Updated: September 1st 2016 You just brought your German Shepherd pup home, let the training begin!
You will want to begin training as soon as you can to help your pup get used to his new pack. The adjustment is a big one for your pup since it is most likely the first time he has been separated from his brothers, sisters, and mother. German Shepherd pups are usually able to adjust easily and quickly to their new family.
Training should be done in throughout the day. Thinking of training as a way to communicate with your pup through hand signals and verbal words will help teach your pup to speak your language and become the obedient little agent you know he can be.
Become the Alpha Leader
Training should begin and be a natural evolution with your German Shepherd. The most important and the first situation to focus on is who is the alpha leader. Quickly choose someone in your family or yourself to become the alpha leader and establish yourself as such immediately. This is highly important because if your German Shepherd pup does not know or sense an alpha leader he will think it is him and he will run your house, not in a good way.
The way to become the alpha leader with your German Shepherd is to exhibit and exude calm confidence and be strong with your demands for proper behavior to be displayed at all times.
This doesn’t mean yell at your pup; it just means that you are the one in charge. If you do yell at your pup, this will result in fear, and it will interfere with your chance to bond with your puppy. Also your pup will act out in disobedience and self-defense. You don’t want to become a control freak, but you do want to make the house rules clear and teach them properly to your pup.
Introducing a New Dog to your Household
Training your existing dog to get along with a new pup is essential to a peaceful household.
If you are a dog owner that already has a dog at home and are considering on bringing a new German Shepherd puppy home, you will want to follow a few simple tips listed below so that they can meet and become acquainted with each other in a natural way.
- Bring Your Pup Home in the Car – Leave your dog and other pets at home when you go to pick up your pup from the breeder/rescue. The car ride home should just be you, your family and your pup. This avoids any aggression during the car ride that can arise between your dog and your pup.
- Bring a Blanket – Bring a small baby blanket with you to pick up your pup. You will want to wrap the blanket around your pup just for a few seconds and maybe rub it on his fur gently to allow the blanket to absorb his scent.
- Arrive Home – Once you arrive home, have someone sit in the car with the pup while you go in your home with the blanket only. Greet your dog with a treat and allow him to smell the blanket to get used to the scent of the new puppy. Put the leash on your dog and take him outdoors to the front of your home or apartment building. This allows them to meet in a mutual territory.
- Allow them to Meet – Have someone put your new puppy on a leash and bring him to meet your dog. Allow them to sniff each other and adjust. A great way to do this is by taking them both on a walk simultaneously. While they walk side by side, they will soon develop a friendship or at the very least a mutual understanding that they acknowledge each other.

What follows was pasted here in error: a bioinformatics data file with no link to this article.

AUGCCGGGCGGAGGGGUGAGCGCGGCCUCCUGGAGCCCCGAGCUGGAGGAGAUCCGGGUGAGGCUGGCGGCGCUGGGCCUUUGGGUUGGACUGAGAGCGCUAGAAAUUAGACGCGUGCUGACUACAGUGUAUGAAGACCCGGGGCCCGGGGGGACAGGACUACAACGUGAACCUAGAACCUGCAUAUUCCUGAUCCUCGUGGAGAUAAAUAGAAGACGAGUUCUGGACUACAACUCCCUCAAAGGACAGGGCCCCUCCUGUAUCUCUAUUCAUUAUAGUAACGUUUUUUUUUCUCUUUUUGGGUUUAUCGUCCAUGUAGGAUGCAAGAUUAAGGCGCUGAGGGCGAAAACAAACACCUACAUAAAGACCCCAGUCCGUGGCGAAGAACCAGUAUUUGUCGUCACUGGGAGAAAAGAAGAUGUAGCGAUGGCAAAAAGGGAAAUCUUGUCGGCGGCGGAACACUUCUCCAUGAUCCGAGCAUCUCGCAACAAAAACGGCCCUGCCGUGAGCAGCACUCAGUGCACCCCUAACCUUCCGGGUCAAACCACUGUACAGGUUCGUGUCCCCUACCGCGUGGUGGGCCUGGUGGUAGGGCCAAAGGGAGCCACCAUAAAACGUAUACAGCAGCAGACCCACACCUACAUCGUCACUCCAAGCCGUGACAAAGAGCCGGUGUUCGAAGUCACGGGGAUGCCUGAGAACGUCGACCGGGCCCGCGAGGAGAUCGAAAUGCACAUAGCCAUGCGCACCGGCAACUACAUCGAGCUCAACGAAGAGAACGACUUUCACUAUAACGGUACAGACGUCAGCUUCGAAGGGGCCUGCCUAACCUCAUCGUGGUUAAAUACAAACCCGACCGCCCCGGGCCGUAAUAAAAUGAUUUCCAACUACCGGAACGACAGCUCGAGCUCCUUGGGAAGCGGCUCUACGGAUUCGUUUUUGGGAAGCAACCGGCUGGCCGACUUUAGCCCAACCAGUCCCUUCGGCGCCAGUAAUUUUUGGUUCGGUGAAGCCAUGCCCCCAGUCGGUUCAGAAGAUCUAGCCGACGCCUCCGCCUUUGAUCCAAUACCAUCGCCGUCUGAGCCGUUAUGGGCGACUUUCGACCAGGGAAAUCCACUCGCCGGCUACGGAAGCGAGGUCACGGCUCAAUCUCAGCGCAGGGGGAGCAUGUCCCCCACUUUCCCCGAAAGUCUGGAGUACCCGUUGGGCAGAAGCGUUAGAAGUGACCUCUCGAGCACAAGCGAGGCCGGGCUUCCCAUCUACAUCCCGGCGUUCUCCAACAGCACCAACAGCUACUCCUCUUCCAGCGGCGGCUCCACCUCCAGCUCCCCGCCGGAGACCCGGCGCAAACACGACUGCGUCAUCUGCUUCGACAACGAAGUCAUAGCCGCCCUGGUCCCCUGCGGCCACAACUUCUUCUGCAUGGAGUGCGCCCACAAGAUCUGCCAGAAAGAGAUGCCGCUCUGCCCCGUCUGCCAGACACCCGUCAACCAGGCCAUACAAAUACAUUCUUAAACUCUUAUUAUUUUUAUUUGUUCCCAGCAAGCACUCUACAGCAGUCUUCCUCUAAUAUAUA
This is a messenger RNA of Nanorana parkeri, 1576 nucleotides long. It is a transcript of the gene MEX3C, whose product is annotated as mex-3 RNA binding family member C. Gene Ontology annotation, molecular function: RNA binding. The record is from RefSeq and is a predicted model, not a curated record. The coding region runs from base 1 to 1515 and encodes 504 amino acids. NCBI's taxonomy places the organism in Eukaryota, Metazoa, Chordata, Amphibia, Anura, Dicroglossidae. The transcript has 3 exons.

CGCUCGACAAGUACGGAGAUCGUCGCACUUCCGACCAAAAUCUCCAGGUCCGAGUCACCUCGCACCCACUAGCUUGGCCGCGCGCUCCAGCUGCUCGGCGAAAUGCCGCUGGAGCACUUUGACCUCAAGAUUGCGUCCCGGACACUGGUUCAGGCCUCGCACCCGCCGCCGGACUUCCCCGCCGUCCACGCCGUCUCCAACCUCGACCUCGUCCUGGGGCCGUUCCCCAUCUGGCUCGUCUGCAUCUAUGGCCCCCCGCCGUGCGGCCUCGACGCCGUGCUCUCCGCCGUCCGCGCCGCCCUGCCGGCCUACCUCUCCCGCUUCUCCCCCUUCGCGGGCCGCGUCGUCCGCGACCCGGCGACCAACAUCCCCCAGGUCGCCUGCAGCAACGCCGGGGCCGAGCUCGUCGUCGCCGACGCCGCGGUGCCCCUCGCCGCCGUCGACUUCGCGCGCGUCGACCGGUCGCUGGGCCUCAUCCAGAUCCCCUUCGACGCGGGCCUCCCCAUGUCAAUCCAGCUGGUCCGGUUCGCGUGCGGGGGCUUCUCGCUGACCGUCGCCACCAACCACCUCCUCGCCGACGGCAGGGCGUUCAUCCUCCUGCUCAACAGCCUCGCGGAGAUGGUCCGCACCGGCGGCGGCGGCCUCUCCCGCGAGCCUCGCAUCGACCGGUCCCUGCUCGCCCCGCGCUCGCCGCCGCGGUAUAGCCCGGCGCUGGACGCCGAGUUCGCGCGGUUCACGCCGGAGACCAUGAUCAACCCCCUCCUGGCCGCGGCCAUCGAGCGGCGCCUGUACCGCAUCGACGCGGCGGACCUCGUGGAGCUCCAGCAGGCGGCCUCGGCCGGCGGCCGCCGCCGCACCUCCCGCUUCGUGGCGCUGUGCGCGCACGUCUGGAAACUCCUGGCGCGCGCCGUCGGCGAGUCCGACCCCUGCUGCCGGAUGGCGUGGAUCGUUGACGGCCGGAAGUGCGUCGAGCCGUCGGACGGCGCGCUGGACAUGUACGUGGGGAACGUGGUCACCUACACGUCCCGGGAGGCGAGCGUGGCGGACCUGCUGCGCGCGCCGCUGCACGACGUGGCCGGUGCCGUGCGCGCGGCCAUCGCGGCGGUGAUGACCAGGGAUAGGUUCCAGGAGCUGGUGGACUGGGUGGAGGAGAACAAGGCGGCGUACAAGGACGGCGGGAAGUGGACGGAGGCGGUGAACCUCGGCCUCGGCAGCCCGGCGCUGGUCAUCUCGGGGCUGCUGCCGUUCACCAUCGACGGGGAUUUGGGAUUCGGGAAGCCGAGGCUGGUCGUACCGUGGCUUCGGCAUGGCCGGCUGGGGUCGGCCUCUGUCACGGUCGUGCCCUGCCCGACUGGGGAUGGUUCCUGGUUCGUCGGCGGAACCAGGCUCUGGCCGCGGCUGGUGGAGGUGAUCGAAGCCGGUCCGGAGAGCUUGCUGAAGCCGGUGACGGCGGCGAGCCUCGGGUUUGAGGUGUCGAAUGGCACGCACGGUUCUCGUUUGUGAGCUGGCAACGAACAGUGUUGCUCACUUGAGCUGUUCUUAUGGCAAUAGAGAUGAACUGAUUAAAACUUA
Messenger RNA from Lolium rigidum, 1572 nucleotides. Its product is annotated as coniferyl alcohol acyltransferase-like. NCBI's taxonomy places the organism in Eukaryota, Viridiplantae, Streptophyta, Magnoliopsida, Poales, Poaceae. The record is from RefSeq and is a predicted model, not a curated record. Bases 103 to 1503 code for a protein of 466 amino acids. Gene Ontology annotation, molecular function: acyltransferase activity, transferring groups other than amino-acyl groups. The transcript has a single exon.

- Bring them Inside the House – Once you observe that they are both peaceful with meeting each other, you can bring them inside the house and allow them to run around and explore the house together. Always keep a close eye on them since your dog may become territorial. A great way to establish boundaries is to establish a special place for your new pup’s bed, toys, food and bowl dishes that are away from your dog’s personal space.
- Be Patient – Always be patient and never yell during this process. It is going to take time for your dog to accept a new family member. Especially when he is going to be invading his space a bit and soaking up attention from you and your family.
At times some dogs will not adjust well and be aggressive towards the new pup. If this happens, separate them within the household and seek help from a trainer that is experienced in helping dogs adjust to new pups entering the pack.
Crate Training your German Shepherd
The word crate may send some dog owners running scared. Some dog owners may feel that putting a dog in a crate can be harmful when this is the farthest from the truth. All dogs including German Shepherds are den animals. This means they prefer to have a small safe environment that is all their own where they can rest and sleep.
You may notice that your German Shepherd pup will even seek out these cozy little spots in your house by hiding under tables. Providing a crate for your dog that has a soft, comfortable blanket and a favorite toy will not only please your pup and make him feel safe, but it will also help you as well. Your cute little pup will begin to grow quickly and go through a variety of stages that involve chewing your favorite items such as shoes, objects, and furniture.
There are going to be countless times when you need a brief break from watching your pup closely and kindly placing him in his comfortable crate is going to be a safe haven for both of you. Never punish your pup and place him in his crate.